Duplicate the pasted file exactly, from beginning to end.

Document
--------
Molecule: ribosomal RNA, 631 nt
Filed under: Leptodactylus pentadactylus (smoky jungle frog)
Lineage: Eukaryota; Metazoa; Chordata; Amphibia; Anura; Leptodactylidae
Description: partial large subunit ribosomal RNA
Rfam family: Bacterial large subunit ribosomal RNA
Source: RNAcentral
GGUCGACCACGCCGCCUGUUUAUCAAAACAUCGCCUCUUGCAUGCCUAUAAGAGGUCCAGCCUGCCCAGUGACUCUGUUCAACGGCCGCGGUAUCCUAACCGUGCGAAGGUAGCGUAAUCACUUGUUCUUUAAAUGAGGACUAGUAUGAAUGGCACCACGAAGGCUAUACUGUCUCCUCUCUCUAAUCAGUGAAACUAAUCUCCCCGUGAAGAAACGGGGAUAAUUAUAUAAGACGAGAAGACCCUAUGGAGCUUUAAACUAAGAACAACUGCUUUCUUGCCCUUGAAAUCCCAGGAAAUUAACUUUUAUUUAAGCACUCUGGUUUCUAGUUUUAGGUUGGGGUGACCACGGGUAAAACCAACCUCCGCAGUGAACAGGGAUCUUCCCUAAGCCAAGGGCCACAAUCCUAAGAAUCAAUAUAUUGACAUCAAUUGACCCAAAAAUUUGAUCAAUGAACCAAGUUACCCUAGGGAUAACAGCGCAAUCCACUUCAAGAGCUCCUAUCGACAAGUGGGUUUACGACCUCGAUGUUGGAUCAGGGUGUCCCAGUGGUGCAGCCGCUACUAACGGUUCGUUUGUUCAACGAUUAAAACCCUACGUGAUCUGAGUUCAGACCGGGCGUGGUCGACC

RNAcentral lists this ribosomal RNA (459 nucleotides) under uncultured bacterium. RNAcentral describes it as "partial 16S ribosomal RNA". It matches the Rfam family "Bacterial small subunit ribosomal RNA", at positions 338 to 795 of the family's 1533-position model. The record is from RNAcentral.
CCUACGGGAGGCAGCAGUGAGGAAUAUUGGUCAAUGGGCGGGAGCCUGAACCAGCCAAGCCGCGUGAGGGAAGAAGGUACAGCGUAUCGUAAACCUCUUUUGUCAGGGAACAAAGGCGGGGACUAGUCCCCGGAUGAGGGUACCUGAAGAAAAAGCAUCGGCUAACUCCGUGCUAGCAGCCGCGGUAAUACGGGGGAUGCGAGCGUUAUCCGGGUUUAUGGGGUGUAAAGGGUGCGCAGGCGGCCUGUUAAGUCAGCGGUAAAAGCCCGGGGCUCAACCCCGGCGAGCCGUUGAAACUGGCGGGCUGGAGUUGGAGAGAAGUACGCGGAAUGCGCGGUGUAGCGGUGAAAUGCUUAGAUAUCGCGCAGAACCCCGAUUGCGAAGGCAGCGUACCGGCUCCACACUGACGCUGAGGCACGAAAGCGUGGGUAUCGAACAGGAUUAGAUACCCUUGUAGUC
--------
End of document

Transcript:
Molecule: ribosomal RNA, 631 nt
Filed under: Leptodactylus pentadactylus (smoky jungle frog)
Lineage: Eukaryota; Metazoa; Chordata; Amphibia; Anura; Leptodactylidae
Description: partial large subunit ribosomal RNA
Rfam family: Bacterial large subunit ribosomal RNA
Source: RNAcentral
GGUCGACCACGCCGCCUGUUUAUCAAAACAUCGCCUCUUGCAUGCCUAUAAGAGGUCCAGCCUGCCCAGUGACUCUGUUCAACGGCCGCGGUAUCCUAACCGUGCGAAGGUAGCGUAAUCACUUGUUCUUUAAAUGAGGACUAGUAUGAAUGGCACCACGAAGGCUAUACUGUCUCCUCUCUCUAAUCAGUGAAACUAAUCUCCCCGUGAAGAAACGGGGAUAAUUAUAUAAGACGAGAAGACCCUAUGGAGCUUUAAACUAAGAACAACUGCUUUCUUGCCCUUGAAAUCCCAGGAAAUUAACUUUUAUUUAAGCACUCUGGUUUCUAGUUUUAGGUUGGGGUGACCACGGGUAAAACCAACCUCCGCAGUGAACAGGGAUCUUCCCUAAGCCAAGGGCCACAAUCCUAAGAAUCAAUAUAUUGACAUCAAUUGACCCAAAAAUUUGAUCAAUGAACCAAGUUACCCUAGGGAUAACAGCGCAAUCCACUUCAAGAGCUCCUAUCGACAAGUGGGUUUACGACCUCGAUGUUGGAUCAGGGUGUCCCAGUGGUGCAGCCGCUACUAACGGUUCGUUUGUUCAACGAUUAAAACCCUACGUGAUCUGAGUUCAGACCGGGCGUGGUCGACC

RNAcentral lists this ribosomal RNA (459 nucleotides) under uncultured bacterium. RNAcentral describes it as "partial 16S ribosomal RNA". It matches the Rfam family "Bacterial small subunit ribosomal RNA", at positions 338 to 795 of the family's 1533-position model. The record is from RNAcentral.
CCUACGGGAGGCAGCAGUGAGGAAUAUUGGUCAAUGGGCGGGAGCCUGAACCAGCCAAGCCGCGUGAGGGAAGAAGGUACAGCGUAUCGUAAACCUCUUUUGUCAGGGAACAAAGGCGGGGACUAGUCCCCGGAUGAGGGUACCUGAAGAAAAAGCAUCGGCUAACUCCGUGCUAGCAGCCGCGGUAAUACGGGGGAUGCGAGCGUUAUCCGGGUUUAUGGGGUGUAAAGGGUGCGCAGGCGGCCUGUUAAGUCAGCGGUAAAAGCCCGGGGCUCAACCCCGGCGAGCCGUUGAAACUGGCGGGCUGGAGUUGGAGAGAAGUACGCGGAAUGCGCGGUGUAGCGGUGAAAUGCUUAGAUAUCGCGCAGAACCCCGAUUGCGAAGGCAGCGUACCGGCUCCACACUGACGCUGAGGCACGAAAGCGUGGGUAUCGAACAGGAUUAGAUACCCUUGUAGUC